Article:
“Despite its helpful aspects, however, the statute leaves many questions regarding its coverage, overall impacts, effective execution and financial balance unanswered,” Jahangir Amuzegar, a former executive board member for the International Monetary Fund, told, a Middle East business website. “As a policy document, it is also a poorly worded and awkwardly constructed piece which some legal scholars regard as unconstitutional; most economists consider inequitable, ineffective and even counterproductive; and many social psychologists find morally flawed. And nearly everyone outside government circles thinks it would be unworkable.”

Iran last tried, on a much smaller scale, to reduce subsidies when it increased the price of gasoline by 25 percent in 2007. Public outcry and massive anti-government demonstrations quickly followed, resulting in the burning of nearly 20 gas stations.

This time, in an effort to soften the blow to poor families, the Supreme Council of Labor has pledged to increase the minimum wage by 14 percent, from $260 to $300 a month. But Parliament’s own research center said inflation could rise as much as 50 percent following the cuts, canceling out much of that help.

The removal of subsidies will also likely exacerbate the effects of international sanctions, economists say, which have been levied against Iran for suspicion that it is pursuing nuclear weapons. The European Union, joining the United States and the United Nations, signed aggressive sanctions against the country last month.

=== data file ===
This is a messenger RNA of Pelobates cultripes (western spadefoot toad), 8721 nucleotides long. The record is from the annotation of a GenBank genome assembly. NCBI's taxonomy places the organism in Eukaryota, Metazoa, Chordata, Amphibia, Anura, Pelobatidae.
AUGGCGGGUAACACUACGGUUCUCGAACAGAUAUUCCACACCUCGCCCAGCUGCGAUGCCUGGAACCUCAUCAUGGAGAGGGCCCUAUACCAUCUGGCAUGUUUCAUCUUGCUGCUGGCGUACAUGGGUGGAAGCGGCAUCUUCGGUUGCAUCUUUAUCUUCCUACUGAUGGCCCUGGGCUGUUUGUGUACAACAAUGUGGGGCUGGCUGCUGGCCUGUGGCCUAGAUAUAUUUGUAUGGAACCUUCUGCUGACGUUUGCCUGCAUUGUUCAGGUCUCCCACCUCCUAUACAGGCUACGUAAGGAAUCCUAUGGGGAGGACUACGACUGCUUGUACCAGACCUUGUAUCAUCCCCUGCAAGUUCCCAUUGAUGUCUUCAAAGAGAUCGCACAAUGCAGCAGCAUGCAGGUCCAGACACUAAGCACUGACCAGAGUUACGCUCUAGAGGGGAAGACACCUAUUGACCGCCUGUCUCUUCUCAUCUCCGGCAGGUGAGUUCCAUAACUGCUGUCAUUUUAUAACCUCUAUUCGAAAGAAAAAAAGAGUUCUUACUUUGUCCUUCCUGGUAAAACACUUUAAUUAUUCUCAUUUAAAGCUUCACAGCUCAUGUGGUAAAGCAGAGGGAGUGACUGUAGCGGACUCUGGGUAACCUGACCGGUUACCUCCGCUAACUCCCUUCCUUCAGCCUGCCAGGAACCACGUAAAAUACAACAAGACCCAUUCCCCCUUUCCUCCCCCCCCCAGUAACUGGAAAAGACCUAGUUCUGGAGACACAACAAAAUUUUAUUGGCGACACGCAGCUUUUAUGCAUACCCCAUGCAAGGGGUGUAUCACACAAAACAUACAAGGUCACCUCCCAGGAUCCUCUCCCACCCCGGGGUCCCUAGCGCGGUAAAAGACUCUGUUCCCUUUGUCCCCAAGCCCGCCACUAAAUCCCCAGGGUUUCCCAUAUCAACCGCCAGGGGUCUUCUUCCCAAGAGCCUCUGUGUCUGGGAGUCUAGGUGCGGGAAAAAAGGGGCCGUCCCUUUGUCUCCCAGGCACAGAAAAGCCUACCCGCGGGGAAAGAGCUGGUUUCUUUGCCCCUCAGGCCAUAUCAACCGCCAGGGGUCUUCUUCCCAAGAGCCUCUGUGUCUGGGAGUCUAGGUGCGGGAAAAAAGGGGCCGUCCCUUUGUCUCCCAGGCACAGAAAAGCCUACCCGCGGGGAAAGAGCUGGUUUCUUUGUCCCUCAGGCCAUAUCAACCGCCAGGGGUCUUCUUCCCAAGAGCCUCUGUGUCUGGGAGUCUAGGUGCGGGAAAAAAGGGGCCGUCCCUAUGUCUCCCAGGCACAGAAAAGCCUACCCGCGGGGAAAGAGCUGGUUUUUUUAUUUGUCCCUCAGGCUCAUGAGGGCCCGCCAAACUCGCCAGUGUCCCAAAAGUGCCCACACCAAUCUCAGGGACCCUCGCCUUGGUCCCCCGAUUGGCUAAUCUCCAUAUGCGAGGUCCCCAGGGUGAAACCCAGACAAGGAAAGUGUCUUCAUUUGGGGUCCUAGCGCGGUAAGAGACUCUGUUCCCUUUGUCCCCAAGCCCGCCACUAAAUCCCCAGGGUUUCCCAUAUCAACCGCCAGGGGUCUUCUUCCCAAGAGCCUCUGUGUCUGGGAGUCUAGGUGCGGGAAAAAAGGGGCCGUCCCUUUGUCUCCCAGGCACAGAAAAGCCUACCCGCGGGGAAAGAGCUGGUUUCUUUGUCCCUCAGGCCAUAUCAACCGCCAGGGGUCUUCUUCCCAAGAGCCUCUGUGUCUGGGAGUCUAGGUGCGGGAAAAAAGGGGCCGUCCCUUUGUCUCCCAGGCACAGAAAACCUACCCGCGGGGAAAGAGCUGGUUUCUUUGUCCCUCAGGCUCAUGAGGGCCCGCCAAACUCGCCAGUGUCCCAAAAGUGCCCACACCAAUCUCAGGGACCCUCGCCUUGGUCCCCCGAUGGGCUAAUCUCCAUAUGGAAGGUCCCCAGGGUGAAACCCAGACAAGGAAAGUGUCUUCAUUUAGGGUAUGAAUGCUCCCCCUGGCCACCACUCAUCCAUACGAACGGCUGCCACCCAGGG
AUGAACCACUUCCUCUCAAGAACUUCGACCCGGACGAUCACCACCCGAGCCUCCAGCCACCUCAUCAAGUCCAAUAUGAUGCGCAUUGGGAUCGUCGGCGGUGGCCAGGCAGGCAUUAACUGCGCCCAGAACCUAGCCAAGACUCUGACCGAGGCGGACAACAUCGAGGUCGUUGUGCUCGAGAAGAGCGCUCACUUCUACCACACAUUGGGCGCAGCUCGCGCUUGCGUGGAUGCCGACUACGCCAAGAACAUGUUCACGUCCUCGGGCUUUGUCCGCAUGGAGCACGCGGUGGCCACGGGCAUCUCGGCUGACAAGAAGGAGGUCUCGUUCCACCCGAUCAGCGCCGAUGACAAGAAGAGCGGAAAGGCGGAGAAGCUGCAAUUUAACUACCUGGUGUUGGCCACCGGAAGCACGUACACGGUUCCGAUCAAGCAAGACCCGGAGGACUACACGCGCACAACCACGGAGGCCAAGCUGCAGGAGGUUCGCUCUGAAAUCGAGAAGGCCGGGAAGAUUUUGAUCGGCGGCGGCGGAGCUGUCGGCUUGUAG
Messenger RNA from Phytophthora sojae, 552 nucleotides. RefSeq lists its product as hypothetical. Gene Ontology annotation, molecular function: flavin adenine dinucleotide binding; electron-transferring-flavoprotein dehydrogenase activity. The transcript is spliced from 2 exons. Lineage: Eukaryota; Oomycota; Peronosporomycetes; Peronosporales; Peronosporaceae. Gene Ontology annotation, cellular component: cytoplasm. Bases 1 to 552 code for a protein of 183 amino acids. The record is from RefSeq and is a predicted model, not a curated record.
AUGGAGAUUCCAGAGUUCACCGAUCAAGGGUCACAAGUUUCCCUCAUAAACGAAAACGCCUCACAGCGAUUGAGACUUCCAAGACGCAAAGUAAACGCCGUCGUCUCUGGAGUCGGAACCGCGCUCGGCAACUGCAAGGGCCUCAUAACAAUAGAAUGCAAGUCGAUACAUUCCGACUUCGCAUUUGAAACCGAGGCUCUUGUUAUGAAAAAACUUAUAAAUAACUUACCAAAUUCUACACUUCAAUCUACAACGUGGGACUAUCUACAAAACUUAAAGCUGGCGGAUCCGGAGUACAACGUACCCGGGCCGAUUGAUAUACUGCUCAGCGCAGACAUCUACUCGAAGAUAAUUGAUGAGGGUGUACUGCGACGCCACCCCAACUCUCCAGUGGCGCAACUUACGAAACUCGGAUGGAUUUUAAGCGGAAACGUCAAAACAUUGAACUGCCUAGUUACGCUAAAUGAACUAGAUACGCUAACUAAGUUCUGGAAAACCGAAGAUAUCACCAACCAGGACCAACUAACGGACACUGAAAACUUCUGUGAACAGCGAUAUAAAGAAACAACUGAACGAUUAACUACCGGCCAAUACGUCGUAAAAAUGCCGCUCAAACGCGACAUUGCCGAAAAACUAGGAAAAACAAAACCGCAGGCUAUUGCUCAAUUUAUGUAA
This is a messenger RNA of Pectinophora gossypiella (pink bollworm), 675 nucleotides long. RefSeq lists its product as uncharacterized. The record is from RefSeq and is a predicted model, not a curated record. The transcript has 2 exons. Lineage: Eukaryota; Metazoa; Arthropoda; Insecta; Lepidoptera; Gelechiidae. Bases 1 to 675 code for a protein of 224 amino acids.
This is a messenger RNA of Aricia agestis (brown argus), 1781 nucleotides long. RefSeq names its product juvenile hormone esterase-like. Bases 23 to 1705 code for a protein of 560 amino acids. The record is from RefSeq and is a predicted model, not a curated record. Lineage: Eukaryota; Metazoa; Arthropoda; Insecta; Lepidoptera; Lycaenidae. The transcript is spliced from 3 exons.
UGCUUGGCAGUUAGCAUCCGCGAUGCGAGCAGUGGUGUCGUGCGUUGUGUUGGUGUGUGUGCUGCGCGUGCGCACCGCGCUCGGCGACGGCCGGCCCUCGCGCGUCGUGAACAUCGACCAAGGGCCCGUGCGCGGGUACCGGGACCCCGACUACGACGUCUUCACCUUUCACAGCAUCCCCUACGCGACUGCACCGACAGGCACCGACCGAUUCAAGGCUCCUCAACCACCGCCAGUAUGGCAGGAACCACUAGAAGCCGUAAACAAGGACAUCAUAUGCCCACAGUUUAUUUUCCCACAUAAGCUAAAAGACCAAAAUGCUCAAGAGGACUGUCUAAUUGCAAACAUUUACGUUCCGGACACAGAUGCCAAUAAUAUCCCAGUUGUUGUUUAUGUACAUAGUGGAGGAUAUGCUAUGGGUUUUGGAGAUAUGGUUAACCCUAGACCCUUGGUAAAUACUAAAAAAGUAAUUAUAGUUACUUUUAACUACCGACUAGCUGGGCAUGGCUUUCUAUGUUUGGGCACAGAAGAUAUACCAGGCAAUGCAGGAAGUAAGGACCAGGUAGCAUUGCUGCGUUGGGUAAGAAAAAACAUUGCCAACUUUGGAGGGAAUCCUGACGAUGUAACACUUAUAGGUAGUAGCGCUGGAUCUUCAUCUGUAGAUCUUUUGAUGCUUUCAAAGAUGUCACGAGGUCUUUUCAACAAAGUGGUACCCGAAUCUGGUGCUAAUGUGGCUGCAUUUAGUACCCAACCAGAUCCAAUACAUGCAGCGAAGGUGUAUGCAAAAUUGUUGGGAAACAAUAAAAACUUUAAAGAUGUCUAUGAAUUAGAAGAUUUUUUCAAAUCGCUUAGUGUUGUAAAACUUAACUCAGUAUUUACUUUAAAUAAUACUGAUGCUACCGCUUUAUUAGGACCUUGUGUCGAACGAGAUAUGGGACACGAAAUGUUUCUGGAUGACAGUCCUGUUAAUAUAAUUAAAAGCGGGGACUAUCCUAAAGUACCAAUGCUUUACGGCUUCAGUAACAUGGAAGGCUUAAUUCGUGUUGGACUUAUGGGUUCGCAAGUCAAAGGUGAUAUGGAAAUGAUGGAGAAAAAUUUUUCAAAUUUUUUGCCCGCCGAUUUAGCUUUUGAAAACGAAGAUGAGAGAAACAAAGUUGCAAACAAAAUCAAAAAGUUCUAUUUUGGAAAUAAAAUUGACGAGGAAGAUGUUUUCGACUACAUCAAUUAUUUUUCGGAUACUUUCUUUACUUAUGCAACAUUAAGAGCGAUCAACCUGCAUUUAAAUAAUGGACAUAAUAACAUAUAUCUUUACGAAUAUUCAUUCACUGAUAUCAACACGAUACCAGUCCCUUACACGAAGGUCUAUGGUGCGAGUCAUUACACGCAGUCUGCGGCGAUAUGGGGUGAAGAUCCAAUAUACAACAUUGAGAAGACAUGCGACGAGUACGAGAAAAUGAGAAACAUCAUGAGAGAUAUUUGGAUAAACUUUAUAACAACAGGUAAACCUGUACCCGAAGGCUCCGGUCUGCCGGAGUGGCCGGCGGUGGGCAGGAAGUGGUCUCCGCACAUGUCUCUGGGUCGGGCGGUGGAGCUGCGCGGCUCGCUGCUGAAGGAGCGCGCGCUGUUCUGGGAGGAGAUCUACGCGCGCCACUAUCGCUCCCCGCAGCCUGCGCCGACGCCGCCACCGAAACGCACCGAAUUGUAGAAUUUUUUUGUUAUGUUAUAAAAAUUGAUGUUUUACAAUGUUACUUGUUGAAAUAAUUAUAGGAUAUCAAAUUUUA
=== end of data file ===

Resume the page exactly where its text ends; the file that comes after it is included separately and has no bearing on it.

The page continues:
Djavad, 50, was once a full-time employee at the ministry of telecommunications. But international sanctions left him with little work to do, so he took up a job as a hotel clerk in his native Shiraz, a city in southern Iran.

“Once we had the sanctions, we stopped receiving the right electronic parts from Europe. Now we get shipments from China and the quality is not good. I am an educated man but there is no work for me to do. And I need more money for my family. So I started working at the hotel in the evenings,” he said.

Further exacerbating Iran’s economic instability is a government decision, fearing the gathering of large crowds following the election protests, to shutter Tehran’s once vibrant street stalls and flea markets, which helped support the country’s unemployed.

And the city's bazaars were forced to close down following a government decision to increase income tax for bazaar merchants by 70 percent. The merchants went on strike, closing down their stalls.

An opposition activist said that hundreds of students and merchants gathered in the shoemakers’ quarter of the Old Bazaar over the summer, chanting, “Death to Ahmadinejad” and "Death to this deceptive government!”

“I want to get married, I am old now. I am ready but there are no men in Iran to marry,” said one 29-year old student, lamenting Iran’s anemic economy. “How can we marry and buy our own home like a normal couple when there are no jobs and no money?”

Becky Katz is a freelance journalist living in Beirut, Lebanon. She regularly writes for GlobalPost, the Los Angeles Times and edits for DIHA News Agency, among others.